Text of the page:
The Viennese Dance Series for Chamber Ensembles
Johann Strauss Jr.
Unfortunately, there is no
professional recording that we
know of for piano quintet or.
with clarinet & flute,
However, this performance
for string quartet will give you
a good idea of how it
sounds for small ensemble
Wiener Bonbons Waltzes, Op.307
For Piano 2 Violins, Cello & Bass or
Piano, 2 Violins, Clarinet, Cello & Bass or
Piano, 2 Violins, Flute Clarinet, Cello and Bass
The Wiener Bonbons waltzes were written in 1866 and first performed in the Hofburg Palace in Vienna. They were dedicated to the influential Princess Pauline Metternich-Winneburg the wife of then Austrian ambassador to Paris. The concert was meant to raise funds to be donated to the construction of German hospitals in Paris and Strauss' younger brother Josef was to be conducting music at the ball without his brother Johann's anticipated presence. Johann composed the waltzes for the event although at the last minute, combining elements of the Viennese waltz with Parisian flair. The title, in German and French, also unites both nationalities.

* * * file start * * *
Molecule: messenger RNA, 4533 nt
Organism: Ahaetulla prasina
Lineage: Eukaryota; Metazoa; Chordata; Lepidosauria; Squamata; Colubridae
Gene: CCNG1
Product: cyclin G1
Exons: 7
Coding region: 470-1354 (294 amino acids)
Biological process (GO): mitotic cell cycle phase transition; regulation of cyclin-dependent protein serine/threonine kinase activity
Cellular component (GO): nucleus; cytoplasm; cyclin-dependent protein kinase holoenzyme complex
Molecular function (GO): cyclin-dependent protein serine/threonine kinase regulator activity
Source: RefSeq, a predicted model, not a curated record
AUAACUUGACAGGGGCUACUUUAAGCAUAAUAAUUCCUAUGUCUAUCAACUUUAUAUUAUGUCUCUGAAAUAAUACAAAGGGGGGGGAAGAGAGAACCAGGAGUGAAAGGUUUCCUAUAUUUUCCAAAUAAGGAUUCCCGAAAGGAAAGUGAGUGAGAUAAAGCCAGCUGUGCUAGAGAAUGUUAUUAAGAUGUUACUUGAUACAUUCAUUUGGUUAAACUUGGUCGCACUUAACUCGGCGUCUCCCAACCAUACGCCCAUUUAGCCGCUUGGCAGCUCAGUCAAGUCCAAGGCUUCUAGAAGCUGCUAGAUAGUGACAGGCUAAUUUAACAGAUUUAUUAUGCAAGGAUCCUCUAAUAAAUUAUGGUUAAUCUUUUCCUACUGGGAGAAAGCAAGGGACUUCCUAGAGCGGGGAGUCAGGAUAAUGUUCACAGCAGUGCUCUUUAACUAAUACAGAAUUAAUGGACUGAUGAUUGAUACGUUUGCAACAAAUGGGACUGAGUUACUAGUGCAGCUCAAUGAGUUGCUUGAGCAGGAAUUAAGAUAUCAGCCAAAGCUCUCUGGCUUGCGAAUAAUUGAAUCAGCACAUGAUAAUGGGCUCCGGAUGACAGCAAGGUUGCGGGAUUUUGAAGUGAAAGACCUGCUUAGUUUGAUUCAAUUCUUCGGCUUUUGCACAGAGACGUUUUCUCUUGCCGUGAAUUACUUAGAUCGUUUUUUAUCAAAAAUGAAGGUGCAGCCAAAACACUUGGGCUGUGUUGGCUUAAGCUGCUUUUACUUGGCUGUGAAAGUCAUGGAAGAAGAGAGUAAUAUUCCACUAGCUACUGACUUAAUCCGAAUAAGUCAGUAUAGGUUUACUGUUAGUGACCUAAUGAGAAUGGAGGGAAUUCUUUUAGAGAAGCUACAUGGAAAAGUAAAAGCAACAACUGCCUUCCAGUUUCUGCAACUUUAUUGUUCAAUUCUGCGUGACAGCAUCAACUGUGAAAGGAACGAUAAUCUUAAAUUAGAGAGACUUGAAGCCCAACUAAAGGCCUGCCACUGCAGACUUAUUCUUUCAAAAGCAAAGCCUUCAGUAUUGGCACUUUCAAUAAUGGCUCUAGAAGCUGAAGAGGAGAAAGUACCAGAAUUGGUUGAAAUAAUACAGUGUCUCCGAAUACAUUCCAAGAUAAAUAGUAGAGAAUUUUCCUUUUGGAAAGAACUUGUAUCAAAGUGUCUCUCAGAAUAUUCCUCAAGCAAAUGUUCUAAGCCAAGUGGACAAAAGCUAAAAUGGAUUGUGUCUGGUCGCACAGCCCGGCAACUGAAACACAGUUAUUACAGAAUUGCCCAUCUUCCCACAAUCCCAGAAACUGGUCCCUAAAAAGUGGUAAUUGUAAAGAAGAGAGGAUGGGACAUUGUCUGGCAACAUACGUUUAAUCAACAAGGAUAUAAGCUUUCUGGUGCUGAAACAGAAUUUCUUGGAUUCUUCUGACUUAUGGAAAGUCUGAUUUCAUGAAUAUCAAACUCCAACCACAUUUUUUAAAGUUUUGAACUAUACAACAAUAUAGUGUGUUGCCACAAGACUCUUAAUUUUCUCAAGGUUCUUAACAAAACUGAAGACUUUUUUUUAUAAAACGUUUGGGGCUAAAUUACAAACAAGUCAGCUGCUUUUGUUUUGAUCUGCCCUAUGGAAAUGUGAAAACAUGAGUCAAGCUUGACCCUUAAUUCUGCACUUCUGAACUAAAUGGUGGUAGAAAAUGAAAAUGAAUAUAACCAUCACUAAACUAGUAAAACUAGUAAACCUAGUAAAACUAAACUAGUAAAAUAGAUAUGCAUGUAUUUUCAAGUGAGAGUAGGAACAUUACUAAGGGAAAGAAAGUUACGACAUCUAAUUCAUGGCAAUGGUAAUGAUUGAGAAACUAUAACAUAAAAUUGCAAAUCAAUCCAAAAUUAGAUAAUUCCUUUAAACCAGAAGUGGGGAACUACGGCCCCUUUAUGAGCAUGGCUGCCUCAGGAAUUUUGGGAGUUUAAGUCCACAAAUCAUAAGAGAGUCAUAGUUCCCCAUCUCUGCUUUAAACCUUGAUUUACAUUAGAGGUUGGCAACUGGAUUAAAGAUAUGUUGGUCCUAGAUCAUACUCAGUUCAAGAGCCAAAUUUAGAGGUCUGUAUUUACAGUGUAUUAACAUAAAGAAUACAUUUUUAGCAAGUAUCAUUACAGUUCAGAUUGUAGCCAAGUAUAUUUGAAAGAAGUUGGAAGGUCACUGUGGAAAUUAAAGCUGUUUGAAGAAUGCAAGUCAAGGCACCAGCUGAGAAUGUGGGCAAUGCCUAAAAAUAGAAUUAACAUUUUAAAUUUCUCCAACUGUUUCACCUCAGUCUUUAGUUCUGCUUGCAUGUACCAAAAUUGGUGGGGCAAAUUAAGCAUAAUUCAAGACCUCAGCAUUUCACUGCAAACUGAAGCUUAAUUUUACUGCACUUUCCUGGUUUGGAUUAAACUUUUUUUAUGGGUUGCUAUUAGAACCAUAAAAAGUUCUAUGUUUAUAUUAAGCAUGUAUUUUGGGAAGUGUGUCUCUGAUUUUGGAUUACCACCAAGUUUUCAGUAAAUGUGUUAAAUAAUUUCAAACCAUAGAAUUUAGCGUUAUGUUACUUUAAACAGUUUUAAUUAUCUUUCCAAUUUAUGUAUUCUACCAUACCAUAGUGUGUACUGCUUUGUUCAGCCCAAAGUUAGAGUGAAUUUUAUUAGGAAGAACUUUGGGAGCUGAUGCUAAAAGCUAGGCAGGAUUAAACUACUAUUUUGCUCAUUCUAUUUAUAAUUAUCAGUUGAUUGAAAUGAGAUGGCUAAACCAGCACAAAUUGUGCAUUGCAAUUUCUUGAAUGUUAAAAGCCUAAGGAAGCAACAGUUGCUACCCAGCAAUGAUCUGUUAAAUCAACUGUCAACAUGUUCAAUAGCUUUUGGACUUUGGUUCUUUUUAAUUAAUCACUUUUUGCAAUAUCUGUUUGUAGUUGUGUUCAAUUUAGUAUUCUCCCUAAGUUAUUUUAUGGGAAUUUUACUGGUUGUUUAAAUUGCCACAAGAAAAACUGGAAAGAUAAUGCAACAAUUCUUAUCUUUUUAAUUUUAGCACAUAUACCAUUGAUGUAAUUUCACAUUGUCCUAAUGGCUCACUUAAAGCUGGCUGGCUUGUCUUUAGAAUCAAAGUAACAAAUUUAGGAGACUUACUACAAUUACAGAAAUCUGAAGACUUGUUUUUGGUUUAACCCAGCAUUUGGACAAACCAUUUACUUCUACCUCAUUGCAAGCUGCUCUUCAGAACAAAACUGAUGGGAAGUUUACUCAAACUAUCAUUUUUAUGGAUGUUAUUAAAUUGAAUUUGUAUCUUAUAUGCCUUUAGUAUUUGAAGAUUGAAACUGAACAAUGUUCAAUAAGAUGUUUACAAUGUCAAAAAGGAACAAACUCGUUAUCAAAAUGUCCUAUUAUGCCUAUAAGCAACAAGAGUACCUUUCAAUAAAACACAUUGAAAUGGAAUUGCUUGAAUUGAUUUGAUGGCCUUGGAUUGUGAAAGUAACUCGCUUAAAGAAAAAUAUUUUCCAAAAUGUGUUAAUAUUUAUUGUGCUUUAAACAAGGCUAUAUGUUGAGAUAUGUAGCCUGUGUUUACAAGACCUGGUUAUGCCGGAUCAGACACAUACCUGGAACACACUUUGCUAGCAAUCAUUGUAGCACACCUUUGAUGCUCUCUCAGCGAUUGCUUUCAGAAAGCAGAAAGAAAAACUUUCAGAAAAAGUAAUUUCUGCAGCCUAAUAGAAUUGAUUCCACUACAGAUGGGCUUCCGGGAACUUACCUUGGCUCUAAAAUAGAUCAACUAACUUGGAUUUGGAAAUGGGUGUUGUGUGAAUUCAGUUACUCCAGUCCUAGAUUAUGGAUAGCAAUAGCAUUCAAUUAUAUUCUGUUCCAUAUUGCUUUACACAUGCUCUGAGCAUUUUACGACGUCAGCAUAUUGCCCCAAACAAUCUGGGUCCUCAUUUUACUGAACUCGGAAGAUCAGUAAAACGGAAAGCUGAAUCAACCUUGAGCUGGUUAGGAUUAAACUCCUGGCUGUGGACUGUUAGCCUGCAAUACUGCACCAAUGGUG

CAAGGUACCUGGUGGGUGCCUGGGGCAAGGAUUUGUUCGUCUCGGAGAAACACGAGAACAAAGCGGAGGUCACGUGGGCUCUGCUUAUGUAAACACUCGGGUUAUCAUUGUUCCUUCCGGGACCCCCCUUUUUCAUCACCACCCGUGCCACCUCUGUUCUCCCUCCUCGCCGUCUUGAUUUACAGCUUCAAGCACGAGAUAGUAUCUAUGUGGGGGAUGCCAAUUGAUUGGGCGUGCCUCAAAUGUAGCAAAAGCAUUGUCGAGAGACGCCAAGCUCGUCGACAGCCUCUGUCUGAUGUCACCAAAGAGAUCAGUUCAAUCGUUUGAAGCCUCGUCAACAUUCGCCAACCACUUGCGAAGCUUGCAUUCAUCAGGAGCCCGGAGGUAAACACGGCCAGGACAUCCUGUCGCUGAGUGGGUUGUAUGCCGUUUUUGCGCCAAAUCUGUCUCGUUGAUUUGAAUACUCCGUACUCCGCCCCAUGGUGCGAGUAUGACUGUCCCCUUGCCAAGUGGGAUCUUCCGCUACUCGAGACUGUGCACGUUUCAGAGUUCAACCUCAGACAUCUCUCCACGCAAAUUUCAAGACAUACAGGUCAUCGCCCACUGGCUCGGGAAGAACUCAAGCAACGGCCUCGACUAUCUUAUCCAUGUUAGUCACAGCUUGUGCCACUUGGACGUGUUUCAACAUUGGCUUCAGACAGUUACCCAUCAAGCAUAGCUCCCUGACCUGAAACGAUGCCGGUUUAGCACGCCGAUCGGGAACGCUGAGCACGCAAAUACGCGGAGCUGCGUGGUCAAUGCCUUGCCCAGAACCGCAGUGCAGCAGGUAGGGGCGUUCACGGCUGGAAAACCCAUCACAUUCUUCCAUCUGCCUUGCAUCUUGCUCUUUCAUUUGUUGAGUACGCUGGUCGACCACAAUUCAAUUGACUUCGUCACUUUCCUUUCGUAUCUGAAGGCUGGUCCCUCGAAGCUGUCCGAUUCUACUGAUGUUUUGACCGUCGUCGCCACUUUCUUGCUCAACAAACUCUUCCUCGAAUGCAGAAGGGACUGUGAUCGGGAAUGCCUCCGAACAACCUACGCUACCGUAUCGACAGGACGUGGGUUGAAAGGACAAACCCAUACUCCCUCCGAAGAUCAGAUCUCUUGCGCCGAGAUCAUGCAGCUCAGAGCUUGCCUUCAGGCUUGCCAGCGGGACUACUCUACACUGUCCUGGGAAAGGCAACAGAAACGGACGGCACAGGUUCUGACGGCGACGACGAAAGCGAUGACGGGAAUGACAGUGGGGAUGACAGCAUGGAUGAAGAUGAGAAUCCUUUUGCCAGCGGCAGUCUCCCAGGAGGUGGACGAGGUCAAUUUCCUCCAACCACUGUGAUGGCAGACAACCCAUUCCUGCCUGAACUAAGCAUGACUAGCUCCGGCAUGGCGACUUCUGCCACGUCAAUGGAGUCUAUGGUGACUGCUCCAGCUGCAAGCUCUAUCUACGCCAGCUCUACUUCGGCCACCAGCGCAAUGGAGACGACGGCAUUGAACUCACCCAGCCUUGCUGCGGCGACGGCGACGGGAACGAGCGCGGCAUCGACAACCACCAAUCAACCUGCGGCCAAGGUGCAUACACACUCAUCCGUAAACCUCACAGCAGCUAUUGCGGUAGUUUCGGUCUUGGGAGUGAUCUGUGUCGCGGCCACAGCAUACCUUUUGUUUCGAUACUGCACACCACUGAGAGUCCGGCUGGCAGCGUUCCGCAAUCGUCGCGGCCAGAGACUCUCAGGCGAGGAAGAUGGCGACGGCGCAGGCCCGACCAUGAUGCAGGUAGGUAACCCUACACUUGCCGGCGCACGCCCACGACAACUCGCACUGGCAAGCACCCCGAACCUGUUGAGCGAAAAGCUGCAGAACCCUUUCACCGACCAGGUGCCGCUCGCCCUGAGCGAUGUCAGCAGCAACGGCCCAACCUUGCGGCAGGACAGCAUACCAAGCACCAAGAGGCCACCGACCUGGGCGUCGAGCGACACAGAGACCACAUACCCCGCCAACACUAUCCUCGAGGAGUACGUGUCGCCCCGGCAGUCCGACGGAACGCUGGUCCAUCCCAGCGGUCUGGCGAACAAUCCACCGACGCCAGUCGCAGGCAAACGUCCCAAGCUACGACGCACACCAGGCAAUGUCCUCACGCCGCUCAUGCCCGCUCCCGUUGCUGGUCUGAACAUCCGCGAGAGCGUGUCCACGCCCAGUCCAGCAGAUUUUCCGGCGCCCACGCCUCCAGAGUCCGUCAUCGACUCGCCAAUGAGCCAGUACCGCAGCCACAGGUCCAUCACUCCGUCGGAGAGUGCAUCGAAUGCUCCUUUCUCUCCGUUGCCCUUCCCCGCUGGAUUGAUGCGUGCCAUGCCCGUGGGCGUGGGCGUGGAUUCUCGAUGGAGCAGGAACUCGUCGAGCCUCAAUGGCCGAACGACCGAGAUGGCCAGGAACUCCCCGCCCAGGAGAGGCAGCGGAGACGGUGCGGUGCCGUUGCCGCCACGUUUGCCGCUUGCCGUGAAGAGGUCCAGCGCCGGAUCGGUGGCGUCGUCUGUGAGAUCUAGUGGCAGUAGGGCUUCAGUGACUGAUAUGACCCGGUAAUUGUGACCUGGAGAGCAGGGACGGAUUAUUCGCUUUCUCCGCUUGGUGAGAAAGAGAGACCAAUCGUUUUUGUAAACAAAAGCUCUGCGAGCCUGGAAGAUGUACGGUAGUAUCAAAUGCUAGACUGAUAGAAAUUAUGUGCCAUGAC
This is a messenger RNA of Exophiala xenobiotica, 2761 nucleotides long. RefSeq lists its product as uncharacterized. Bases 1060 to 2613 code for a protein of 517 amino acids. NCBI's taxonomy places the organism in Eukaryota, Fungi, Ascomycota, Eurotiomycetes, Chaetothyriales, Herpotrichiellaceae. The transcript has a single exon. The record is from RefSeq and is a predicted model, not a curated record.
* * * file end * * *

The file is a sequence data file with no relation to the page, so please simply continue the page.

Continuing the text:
The Introduction starts in a relatively tense mood. Shortly, the first waltz theme makes a bold entry, long chords with a strong first beat in 3/4 time. Later sections are bouncy and flamboyant but interspersed with contrasting gentle and reflective melodies. After a short coda, the first waltz theme reappears before accelerating into its rousing finish. Our soundbite starts after the introduction.
It was originally intended for his small orchestra of around 30 players but arrangements of it for much smaller and more intimate groups were almost immediately made from the time it was published so that it could be heard in the cafes and coffee houses throughout Vienna. We offer it in three of the more common arrangements.
|(A) Piano 2 Violins, Cello & Bass||$19.95|
|(B) Piano, 2 Violins, Clarinet, Cello & Bass||$23.95|
|(C) Piano, Violin, Flute, Cello & Bass--Parts||$27.95|